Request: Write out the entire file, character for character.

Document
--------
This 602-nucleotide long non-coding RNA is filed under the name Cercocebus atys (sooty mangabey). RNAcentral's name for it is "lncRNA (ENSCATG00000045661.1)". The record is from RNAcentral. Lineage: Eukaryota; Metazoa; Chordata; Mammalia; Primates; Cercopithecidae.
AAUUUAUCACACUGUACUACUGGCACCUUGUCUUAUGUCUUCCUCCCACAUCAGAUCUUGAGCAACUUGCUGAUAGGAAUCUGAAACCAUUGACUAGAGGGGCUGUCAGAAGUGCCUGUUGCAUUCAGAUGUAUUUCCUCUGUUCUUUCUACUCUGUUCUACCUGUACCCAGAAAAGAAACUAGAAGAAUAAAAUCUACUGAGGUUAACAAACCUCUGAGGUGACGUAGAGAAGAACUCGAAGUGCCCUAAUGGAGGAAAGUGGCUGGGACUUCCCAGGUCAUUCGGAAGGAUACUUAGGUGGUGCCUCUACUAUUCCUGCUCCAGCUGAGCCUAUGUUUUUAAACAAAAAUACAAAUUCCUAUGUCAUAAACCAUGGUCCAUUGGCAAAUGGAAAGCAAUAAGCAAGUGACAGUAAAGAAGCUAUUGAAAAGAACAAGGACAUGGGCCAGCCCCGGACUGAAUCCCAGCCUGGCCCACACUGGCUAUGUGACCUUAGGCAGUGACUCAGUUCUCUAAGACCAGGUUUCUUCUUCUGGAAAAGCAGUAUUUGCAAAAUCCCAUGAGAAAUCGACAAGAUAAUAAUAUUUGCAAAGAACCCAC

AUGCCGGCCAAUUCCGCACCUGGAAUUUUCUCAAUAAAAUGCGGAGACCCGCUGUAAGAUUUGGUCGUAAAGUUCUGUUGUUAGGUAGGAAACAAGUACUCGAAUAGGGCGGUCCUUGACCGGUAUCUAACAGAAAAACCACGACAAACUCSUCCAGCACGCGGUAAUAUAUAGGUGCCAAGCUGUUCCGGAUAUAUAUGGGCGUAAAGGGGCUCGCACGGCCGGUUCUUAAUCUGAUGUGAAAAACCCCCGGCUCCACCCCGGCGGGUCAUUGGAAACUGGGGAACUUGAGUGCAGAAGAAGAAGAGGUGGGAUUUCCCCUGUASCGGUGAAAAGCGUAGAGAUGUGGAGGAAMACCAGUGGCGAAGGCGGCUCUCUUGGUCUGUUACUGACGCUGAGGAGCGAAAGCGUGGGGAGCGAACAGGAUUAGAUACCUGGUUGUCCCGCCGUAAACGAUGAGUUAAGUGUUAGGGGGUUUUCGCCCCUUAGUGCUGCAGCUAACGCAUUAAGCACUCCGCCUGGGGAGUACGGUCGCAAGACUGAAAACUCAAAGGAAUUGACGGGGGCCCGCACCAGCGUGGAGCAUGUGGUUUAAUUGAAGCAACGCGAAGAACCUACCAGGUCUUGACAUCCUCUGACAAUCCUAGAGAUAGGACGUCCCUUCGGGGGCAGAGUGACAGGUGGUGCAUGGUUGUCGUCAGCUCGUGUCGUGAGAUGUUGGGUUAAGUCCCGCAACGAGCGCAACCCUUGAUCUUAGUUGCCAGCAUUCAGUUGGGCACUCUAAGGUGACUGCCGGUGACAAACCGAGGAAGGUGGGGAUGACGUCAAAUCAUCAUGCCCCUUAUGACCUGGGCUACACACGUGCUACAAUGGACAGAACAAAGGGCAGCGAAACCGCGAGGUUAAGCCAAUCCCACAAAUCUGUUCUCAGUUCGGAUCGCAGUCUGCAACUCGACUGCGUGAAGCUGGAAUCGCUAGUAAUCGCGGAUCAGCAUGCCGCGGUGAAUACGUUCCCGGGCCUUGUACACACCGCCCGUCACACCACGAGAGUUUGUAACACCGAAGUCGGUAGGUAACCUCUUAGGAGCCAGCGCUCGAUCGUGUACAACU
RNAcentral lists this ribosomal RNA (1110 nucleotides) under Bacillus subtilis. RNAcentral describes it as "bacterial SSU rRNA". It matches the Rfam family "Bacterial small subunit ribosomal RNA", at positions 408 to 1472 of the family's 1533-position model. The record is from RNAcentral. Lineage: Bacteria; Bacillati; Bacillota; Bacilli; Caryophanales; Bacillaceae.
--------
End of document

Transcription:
This 602-nucleotide long non-coding RNA is filed under the name Cercocebus atys (sooty mangabey). RNAcentral's name for it is "lncRNA (ENSCATG00000045661.1)". The record is from RNAcentral. Lineage: Eukaryota; Metazoa; Chordata; Mammalia; Primates; Cercopithecidae.
AAUUUAUCACACUGUACUACUGGCACCUUGUCUUAUGUCUUCCUCCCACAUCAGAUCUUGAGCAACUUGCUGAUAGGAAUCUGAAACCAUUGACUAGAGGGGCUGUCAGAAGUGCCUGUUGCAUUCAGAUGUAUUUCCUCUGUUCUUUCUACUCUGUUCUACCUGUACCCAGAAAAGAAACUAGAAGAAUAAAAUCUACUGAGGUUAACAAACCUCUGAGGUGACGUAGAGAAGAACUCGAAGUGCCCUAAUGGAGGAAAGUGGCUGGGACUUCCCAGGUCAUUCGGAAGGAUACUUAGGUGGUGCCUCUACUAUUCCUGCUCCAGCUGAGCCUAUGUUUUUAAACAAAAAUACAAAUUCCUAUGUCAUAAACCAUGGUCCAUUGGCAAAUGGAAAGCAAUAAGCAAGUGACAGUAAAGAAGCUAUUGAAAAGAACAAGGACAUGGGCCAGCCCCGGACUGAAUCCCAGCCUGGCCCACACUGGCUAUGUGACCUUAGGCAGUGACUCAGUUCUCUAAGACCAGGUUUCUUCUUCUGGAAAAGCAGUAUUUGCAAAAUCCCAUGAGAAAUCGACAAGAUAAUAAUAUUUGCAAAGAACCCAC

AUGCCGGCCAAUUCCGCACCUGGAAUUUUCUCAAUAAAAUGCGGAGACCCGCUGUAAGAUUUGGUCGUAAAGUUCUGUUGUUAGGUAGGAAACAAGUACUCGAAUAGGGCGGUCCUUGACCGGUAUCUAACAGAAAAACCACGACAAACUCSUCCAGCACGCGGUAAUAUAUAGGUGCCAAGCUGUUCCGGAUAUAUAUGGGCGUAAAGGGGCUCGCACGGCCGGUUCUUAAUCUGAUGUGAAAAACCCCCGGCUCCACCCCGGCGGGUCAUUGGAAACUGGGGAACUUGAGUGCAGAAGAAGAAGAGGUGGGAUUUCCCCUGUASCGGUGAAAAGCGUAGAGAUGUGGAGGAAMACCAGUGGCGAAGGCGGCUCUCUUGGUCUGUUACUGACGCUGAGGAGCGAAAGCGUGGGGAGCGAACAGGAUUAGAUACCUGGUUGUCCCGCCGUAAACGAUGAGUUAAGUGUUAGGGGGUUUUCGCCCCUUAGUGCUGCAGCUAACGCAUUAAGCACUCCGCCUGGGGAGUACGGUCGCAAGACUGAAAACUCAAAGGAAUUGACGGGGGCCCGCACCAGCGUGGAGCAUGUGGUUUAAUUGAAGCAACGCGAAGAACCUACCAGGUCUUGACAUCCUCUGACAAUCCUAGAGAUAGGACGUCCCUUCGGGGGCAGAGUGACAGGUGGUGCAUGGUUGUCGUCAGCUCGUGUCGUGAGAUGUUGGGUUAAGUCCCGCAACGAGCGCAACCCUUGAUCUUAGUUGCCAGCAUUCAGUUGGGCACUCUAAGGUGACUGCCGGUGACAAACCGAGGAAGGUGGGGAUGACGUCAAAUCAUCAUGCCCCUUAUGACCUGGGCUACACACGUGCUACAAUGGACAGAACAAAGGGCAGCGAAACCGCGAGGUUAAGCCAAUCCCACAAAUCUGUUCUCAGUUCGGAUCGCAGUCUGCAACUCGACUGCGUGAAGCUGGAAUCGCUAGUAAUCGCGGAUCAGCAUGCCGCGGUGAAUACGUUCCCGGGCCUUGUACACACCGCCCGUCACACCACGAGAGUUUGUAACACCGAAGUCGGUAGGUAACCUCUUAGGAGCCAGCGCUCGAUCGUGUACAACU
RNAcentral lists this ribosomal RNA (1110 nucleotides) under Bacillus subtilis. RNAcentral describes it as "bacterial SSU rRNA". It matches the Rfam family "Bacterial small subunit ribosomal RNA", at positions 408 to 1472 of the family's 1533-position model. The record is from RNAcentral. Lineage: Bacteria; Bacillati; Bacillota; Bacilli; Caryophanales; Bacillaceae.